Longford citizens and businesses urged to use a brown bin as National Food Waste Recycling Week is launched

Recently-introduced legislation means that everyone is now entitled to a brown bin service

Press Release: 3 June 2024 

Longford citizens and businesses are being urged to use a brown bin to recycle their food waste and reduce their carbon footprint as National Food Waste Recycling Week is launched.

Now in its third year, National Food Waste Recycling Week runs from Sunday, 2 June to Sunday, 9 June 2024. A MyWaste.ie campaign, it is supported by Longford County Council.

During the week and throughout the year, everyone is encouraged to recycle food waste correctly in their homes and in their workplaces. The public are also reminded that new legislation means that everyone in Ireland is now entitled to a brown bin service to help to dispose of their food waste correctly.

Longford County Council Environmental Awareness Officer, Carla McGoey said “The recent introduction of new legislation for households and businesses means that everyone in County Longford with a kerbside waste collection service is now entitled to have their brown bin collected. We urge both citizens and businesses that are yet to use a brown bin to please start and make a positive change for our environment.”

In Ireland, it is estimated that the average household could save around €700 a year by reducing their food waste. Environmental Protection Agency (EPA) research estimates that 750,000 tonnes of food each year is thrown out. Food waste which incorrectly goes to landfill is a significant contributor to climate change. EPA research also shows that between 8% to 10% of global greenhouse gas emissions is attributable to food waste.

Preventing and reducing food waste has environmental and financial benefits. New research of over 1,000 adults found that 67% of Irish householders now use a brown bin. Conducted by iReach on behalf of MyWaste.ie, this research also showed that helping to tackle climate change was a top motivation for using a brown bin.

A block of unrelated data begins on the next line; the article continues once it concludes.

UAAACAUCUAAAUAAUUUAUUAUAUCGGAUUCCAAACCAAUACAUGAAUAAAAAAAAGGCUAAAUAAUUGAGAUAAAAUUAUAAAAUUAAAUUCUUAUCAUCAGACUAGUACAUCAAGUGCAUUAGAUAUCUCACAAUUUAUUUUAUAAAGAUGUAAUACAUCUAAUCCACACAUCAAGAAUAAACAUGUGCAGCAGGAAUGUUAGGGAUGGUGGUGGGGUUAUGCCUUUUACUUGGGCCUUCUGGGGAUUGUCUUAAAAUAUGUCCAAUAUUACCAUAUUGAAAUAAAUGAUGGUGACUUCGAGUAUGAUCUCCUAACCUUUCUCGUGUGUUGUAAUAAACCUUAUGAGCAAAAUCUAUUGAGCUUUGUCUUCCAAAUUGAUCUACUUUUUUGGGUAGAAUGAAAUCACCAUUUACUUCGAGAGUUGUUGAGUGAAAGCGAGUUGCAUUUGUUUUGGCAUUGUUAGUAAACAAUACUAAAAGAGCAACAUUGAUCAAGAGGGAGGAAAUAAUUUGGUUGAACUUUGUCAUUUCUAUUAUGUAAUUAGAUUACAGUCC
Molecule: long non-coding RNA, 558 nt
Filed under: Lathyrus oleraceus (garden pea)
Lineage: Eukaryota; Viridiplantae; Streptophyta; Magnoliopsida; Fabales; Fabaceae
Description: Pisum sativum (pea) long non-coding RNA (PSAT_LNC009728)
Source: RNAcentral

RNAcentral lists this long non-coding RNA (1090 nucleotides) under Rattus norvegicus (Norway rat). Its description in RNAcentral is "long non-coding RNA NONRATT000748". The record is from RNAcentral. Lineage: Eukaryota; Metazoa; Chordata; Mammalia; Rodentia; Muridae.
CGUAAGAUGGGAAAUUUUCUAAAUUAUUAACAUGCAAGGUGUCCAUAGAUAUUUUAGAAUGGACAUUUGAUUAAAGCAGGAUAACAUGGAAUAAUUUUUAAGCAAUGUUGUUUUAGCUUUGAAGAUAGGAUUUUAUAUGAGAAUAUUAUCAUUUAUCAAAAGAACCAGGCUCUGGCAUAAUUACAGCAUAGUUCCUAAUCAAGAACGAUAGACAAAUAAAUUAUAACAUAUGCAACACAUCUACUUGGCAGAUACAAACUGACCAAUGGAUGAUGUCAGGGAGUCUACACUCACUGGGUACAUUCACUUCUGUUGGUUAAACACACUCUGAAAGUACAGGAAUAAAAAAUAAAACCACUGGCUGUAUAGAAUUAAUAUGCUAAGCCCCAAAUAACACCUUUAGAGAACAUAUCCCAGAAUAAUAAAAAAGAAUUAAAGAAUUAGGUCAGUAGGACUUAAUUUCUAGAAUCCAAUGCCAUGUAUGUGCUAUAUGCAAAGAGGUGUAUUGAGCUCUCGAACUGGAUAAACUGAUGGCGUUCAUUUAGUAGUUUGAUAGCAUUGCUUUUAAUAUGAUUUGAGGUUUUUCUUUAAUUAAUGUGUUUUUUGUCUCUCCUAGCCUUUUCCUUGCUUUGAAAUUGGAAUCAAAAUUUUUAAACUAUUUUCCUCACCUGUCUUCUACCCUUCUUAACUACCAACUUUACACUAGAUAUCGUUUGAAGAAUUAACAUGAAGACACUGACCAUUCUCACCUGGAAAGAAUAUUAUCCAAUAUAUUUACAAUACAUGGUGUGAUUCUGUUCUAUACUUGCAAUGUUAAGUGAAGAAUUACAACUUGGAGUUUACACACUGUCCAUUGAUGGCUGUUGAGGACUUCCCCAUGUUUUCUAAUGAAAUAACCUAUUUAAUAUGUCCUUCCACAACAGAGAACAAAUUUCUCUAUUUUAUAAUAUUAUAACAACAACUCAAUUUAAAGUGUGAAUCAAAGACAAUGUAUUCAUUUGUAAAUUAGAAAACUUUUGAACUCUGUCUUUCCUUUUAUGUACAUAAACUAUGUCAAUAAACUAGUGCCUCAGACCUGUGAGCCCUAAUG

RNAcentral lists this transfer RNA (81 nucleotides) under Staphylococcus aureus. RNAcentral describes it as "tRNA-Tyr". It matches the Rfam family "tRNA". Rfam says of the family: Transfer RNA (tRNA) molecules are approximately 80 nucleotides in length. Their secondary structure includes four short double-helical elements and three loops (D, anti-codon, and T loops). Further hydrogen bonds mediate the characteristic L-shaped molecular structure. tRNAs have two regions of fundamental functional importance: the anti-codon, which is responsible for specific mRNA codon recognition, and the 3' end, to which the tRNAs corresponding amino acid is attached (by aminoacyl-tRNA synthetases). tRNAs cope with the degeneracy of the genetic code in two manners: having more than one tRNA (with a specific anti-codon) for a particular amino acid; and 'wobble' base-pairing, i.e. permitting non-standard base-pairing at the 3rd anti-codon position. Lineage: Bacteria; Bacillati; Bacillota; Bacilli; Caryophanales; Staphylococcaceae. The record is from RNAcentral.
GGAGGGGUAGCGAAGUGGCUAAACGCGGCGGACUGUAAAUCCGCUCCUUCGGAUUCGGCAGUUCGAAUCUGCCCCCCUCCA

What can go into the brown bin?

All types of food, including raw and cooked meat and fish, plate scrapings, along with fruit and vegetable peelings can go into the brown bin. Non-food items such as food-soiled paper napkins, paper towels, greasy pizza boxes, grass clippings and light garden waste can also be put in the brown bin. 

MyWaste.ie and Longford County Council Top Three Ways to Prevent Food Waste

    1. Plan Your Meals 

    Before you go to the shops, shop at home! Check your own cupboards, fridge, and freezer. Plan your meals, only get the ingredients you need and make a shopping list.

    2. Store Food Properly 

    Proper storage can extend the life of your food and prevent spoilage. Make sure to store perishable items like fruit and vegetables in the refrigerator and keep dry goods, such as pasta and rice, in airtight containers.

    3. Use Your Brown Bin!

    Even with the best intentions, some food waste is unavoidable. Instead of throwing it in the general waste bin, put it in the brown bin. Use a kitchen food waste bin with compostable bin liners to separate food waste from other waste. When full, this waste can go into a brown bin. 

    Speaking about National Food Waste Recycling Week, Longford County Council Cathaoirleach Cllr Colm Murray said, “This is an important initiative which we are supporting in Longford. It is a friendly reminder to encouraging us all to avoid food waste as much as we can, but to also dispose of unavoidable food waste properly in our brown bins. Reducing food waste helps our pockets, while using the brown bin helps our planet. I encourage everyone to use this week to make this small but positive change.”

    Longford County Council Chief Executive Paddy Mahon added, “The Council welcomes initiatives such as National Food Waste Recycling Week which highlights what we can do to tackle climate change. The Council is also proactively working to improve on our climate impacts. This work includes the recent introduction of our ambitious Climate Action Plan.”

    MyWaste.ie Resource Efficiency Officer Pauline McDonogh concluded, “We’ve made great progress in Ireland with over two thirds of people now using a brown bin, but as we see from the research, there is still a high proportion of food waste that could be recycled going into our general waste bins.”

    For updates, follow Longford County Council on social media and visit Longfordcoco.ie.